Key takeaways for employers:

  • Among other things, the amendments:
    • Expanded employment protections for individuals with certain criminal histories by adding to the list of information that employers are prohibited from considering.
    • Added additional steps and procedures that employers must take when presented with certain criminal information and.
    • Clarified certain timing, as well as other obligations and requirements, that are part of the Fair Chance Process.
  • The NYC Commission on Human Rights provided additional guidance for employers. Among other things, the Guidance makes clear that the Commission believes that employers:
    • Should conduct two separate screenings: everything other than criminal checks and driving (like education, employment, professional licenses, drug tests, and government list checks), and then criminal and driving checks.
    • That “everything other than criminal and driving” should be done before a conditional offer of employment.

Salary History Ban


SB 293 was passed and signed by Governor Sisolak on June 2, 2021.


  • Location: Nevada
  • Legislation: SB 293
  • Effective: October 1, 2021
  • Applies to: Public and private employers as well as employment agencies.

Key takeaways for employers:

  • Employers may not seek the salary history of an applicant for employment, rely on salary history to determine whether to offer employment or rate of pay or discriminate in the form of refusing to interview, hire or promote based on refusing to provide salary history.
  • No exception for relying on salary history voluntarily disclosed.

Access to information


The State of Michigan announced a new rule that may limit or remove access to the Date of Birth on criminal records.


  • Location: Michigan
  • Legislation: ADM File No. 2020-26
  • Effective: Was 7/1/2021, now postponed until 01/01/2022

The updates are to Rule 1.109, paragraph 10, subparagraph (a), which states:

"…The clerk of the court is required to redact protected personal identifying information before providing direct access to the document via the internet, such as through the court’s website."

And to Rule 8.119, paragraph (H):

"…If a public document prepared or issued by the court contains protected personal identifying information, the information must be redacted before it can be provided to the public, whether the document is provided via a paper or electronic copy, direct access via a publicly accessible computer at the courthouse, or direct access via the internet, such as on the court’s website…"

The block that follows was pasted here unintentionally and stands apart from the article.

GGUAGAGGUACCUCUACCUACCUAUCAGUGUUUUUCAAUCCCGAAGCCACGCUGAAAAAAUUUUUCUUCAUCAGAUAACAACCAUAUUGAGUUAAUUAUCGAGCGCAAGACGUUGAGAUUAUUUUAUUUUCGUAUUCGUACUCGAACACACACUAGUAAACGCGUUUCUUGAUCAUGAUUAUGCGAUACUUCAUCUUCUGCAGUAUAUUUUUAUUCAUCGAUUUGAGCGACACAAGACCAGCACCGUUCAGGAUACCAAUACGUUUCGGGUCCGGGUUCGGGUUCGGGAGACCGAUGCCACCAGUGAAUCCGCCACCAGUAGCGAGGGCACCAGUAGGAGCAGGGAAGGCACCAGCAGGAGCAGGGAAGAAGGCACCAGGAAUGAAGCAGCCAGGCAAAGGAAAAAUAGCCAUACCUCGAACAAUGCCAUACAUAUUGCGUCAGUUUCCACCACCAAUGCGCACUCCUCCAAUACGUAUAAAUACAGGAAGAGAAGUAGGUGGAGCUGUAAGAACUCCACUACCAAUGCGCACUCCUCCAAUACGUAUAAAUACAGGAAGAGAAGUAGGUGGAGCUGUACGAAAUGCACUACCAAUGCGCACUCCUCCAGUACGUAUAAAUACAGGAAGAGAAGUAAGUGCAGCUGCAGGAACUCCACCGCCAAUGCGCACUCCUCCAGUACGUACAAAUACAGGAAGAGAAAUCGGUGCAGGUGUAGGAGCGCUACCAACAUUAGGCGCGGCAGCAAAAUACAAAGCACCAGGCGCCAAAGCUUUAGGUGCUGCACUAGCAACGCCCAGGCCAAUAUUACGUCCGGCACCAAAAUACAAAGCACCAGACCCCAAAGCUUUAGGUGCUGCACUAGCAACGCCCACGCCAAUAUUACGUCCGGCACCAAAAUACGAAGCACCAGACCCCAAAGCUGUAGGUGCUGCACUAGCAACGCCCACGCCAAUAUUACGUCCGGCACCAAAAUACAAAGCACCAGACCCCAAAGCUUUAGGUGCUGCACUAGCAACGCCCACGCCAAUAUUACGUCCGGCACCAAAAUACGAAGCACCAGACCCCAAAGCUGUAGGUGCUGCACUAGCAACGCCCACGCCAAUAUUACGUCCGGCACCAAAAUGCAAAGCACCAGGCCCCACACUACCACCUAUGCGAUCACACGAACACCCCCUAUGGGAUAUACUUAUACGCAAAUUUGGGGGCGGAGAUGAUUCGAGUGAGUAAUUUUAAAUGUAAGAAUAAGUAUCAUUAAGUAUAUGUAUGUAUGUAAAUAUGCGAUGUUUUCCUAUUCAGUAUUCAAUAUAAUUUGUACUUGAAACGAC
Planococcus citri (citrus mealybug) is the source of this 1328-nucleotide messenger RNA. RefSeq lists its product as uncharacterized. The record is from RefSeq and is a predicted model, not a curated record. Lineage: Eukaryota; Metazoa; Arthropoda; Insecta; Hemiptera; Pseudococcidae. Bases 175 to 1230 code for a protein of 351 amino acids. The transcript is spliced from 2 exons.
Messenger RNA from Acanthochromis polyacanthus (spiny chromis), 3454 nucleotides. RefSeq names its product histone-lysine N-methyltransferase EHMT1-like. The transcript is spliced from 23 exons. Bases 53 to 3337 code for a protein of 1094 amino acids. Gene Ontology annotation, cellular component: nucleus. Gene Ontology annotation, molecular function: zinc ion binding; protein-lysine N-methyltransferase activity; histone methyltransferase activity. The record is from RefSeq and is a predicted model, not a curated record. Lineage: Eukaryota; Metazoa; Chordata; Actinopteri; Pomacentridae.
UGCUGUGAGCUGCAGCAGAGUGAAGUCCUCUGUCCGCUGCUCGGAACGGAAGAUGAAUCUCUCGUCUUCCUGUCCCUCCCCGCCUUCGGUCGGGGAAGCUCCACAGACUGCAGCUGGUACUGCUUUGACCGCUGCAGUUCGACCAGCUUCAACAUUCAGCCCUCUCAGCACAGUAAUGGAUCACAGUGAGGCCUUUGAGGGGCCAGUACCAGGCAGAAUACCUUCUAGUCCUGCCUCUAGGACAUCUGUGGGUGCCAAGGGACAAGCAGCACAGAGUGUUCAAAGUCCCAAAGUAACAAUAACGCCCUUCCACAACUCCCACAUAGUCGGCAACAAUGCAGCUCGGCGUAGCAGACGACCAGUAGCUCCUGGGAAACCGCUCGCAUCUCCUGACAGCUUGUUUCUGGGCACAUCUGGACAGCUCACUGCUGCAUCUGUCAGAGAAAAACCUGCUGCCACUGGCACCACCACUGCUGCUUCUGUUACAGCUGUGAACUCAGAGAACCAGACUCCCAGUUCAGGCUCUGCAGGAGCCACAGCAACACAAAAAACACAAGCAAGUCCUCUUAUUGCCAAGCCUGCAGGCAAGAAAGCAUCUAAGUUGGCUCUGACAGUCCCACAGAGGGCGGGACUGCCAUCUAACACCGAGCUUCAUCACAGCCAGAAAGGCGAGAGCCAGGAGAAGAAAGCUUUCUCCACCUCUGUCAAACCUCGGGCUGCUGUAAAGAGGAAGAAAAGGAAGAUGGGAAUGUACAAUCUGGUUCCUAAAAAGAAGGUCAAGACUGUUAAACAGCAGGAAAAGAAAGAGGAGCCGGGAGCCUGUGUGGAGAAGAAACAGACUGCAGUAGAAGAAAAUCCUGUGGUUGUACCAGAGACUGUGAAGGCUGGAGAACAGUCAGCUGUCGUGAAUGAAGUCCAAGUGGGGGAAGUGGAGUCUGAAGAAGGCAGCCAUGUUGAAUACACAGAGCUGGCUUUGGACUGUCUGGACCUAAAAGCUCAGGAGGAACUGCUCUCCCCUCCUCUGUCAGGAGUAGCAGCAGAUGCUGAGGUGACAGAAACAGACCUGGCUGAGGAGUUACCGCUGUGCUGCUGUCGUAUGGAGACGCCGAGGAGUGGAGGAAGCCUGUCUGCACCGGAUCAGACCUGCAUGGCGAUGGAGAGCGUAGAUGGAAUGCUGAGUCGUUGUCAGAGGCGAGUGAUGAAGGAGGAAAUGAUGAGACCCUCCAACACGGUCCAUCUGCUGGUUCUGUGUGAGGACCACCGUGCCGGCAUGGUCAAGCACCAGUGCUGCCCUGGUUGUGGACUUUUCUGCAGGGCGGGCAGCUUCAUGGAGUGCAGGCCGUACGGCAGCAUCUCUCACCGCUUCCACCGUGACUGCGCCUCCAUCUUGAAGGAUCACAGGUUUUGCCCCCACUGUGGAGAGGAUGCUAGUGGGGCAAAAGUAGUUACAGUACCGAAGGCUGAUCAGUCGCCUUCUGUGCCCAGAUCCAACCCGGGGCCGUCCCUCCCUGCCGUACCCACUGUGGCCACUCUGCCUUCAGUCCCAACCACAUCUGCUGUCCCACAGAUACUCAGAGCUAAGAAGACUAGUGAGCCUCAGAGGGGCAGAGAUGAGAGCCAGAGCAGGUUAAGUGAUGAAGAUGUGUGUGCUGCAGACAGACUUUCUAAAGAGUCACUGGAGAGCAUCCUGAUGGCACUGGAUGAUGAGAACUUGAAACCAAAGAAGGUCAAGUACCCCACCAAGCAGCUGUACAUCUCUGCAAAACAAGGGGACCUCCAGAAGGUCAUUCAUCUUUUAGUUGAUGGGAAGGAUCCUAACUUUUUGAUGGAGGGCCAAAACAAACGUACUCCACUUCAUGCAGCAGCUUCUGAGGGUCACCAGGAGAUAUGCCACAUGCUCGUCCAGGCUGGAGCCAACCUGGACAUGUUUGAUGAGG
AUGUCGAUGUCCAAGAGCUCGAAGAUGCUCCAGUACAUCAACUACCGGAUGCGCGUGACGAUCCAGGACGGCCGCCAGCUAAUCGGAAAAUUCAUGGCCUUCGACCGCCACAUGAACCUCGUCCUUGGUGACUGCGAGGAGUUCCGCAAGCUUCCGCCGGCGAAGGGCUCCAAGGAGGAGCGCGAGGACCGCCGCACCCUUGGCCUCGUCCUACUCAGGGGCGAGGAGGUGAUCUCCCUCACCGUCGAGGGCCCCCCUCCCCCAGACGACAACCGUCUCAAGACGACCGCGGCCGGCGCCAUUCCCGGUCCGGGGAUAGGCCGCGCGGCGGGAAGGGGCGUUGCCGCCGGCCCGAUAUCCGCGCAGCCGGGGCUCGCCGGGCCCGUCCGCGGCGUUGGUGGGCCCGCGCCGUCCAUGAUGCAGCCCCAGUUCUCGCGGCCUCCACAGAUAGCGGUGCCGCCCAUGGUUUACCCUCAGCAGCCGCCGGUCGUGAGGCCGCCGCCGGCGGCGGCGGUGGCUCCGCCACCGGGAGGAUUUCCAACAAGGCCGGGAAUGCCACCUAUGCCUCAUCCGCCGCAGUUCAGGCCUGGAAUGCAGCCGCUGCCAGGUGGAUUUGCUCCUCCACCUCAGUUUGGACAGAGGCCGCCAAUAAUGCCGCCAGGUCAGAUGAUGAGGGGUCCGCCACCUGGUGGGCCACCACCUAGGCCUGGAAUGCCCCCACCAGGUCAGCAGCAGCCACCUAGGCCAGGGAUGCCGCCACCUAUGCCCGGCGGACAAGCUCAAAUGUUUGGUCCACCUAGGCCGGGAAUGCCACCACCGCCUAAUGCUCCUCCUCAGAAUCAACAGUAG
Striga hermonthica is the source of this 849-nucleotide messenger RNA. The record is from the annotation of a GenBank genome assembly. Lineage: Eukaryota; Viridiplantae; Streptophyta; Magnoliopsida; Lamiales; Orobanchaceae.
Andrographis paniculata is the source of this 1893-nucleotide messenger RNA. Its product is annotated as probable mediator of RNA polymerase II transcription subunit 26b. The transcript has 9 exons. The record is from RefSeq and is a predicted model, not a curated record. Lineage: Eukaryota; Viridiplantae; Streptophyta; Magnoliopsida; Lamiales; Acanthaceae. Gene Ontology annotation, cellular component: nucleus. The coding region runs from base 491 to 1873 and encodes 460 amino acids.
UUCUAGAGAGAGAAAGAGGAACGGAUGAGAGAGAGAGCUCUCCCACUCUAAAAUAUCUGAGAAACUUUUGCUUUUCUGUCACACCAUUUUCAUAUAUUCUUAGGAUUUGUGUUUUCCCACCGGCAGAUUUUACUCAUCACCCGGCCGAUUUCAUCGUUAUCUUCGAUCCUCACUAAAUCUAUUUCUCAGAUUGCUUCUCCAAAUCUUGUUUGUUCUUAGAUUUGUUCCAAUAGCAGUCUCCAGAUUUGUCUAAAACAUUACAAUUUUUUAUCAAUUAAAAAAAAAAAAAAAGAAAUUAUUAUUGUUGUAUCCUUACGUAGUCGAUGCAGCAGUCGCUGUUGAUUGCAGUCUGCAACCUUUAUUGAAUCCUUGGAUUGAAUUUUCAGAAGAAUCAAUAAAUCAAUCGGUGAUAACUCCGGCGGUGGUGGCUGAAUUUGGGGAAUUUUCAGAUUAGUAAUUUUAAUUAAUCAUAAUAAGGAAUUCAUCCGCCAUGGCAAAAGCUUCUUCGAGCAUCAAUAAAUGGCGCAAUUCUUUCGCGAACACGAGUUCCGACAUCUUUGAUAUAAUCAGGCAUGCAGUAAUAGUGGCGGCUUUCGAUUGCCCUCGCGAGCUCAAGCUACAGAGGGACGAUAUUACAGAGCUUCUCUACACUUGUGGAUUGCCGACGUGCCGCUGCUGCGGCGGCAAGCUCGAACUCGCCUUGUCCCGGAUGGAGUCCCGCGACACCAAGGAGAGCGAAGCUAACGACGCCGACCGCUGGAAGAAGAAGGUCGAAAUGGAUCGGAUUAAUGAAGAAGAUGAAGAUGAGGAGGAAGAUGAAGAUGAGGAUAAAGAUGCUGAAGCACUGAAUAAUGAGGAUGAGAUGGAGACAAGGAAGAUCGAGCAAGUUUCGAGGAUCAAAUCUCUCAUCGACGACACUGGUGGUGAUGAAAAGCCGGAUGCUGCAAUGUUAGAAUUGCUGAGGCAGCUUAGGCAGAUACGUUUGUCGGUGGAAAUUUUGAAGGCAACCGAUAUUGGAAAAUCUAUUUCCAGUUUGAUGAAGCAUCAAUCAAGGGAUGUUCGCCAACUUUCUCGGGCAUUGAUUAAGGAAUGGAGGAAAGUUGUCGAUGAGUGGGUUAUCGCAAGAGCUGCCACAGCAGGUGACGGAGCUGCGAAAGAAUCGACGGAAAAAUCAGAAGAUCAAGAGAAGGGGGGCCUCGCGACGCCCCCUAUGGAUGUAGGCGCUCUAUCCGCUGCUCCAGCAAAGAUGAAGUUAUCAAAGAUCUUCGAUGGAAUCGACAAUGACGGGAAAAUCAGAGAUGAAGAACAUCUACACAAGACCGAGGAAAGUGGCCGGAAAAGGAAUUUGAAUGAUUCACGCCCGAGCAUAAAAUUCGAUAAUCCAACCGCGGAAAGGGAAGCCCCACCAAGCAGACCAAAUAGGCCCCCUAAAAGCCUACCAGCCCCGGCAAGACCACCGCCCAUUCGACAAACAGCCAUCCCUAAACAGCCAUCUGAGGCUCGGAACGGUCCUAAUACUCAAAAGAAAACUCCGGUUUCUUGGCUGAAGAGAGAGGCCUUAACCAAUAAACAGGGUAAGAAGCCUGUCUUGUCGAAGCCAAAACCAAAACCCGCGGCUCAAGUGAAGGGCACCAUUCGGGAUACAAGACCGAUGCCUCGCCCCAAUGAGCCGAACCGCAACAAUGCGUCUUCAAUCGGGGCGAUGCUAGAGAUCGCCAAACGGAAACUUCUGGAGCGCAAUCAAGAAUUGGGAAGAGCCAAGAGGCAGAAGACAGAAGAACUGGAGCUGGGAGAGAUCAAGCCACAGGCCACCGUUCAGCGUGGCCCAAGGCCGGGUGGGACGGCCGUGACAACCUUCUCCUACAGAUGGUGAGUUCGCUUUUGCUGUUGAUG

Impact for Employers:

  • Currently, an applicant's Date of Birth (DOB), full name (including middle initial), and address are used to confirm records. The new law will redact the Date of Birth and potentially other personally identifiable information (PII) on court records at the county level.
  • There may be delayed turnaround times when a potential record is identified.

The Professional Background Screeners Association (PBSA) is working tirelessly on a campaign to alter the language in the changes to maintain the date of birth information on court records.  To learn more about this campaign, please follow this link.


The California Court of Appeal recently ruled in "All of Us or None of Us v Hamrick", that an individual’s date of birth and driver's license cannot be used as data identifying a criminal defendant in public records.


Impact for Employers:

  • Court Rule 2.503(b) requires that trial courts that maintain an electronic index must provide remote electronic access to “indexes of all cases” to the extent feasible, and must exclude specific information (including DOB and DL) from such databases.
  • Clerk confirmation of DOB on possible matches extends turnaround time.
  • Current Impact: Some CA District courts have been removing the ability to include DOB as a search identifier on their online portals.

The PBSA submitted an amicus letter asking the California Supreme Court to address this order and ruling on July 15, 2021. 

Orange Tree can help you with your hiring compliance and perform fast criminal background checks so you can make hiring decisions quickly.  

Schedule a call to learn how Orange Tree can help your company with your background screening needs.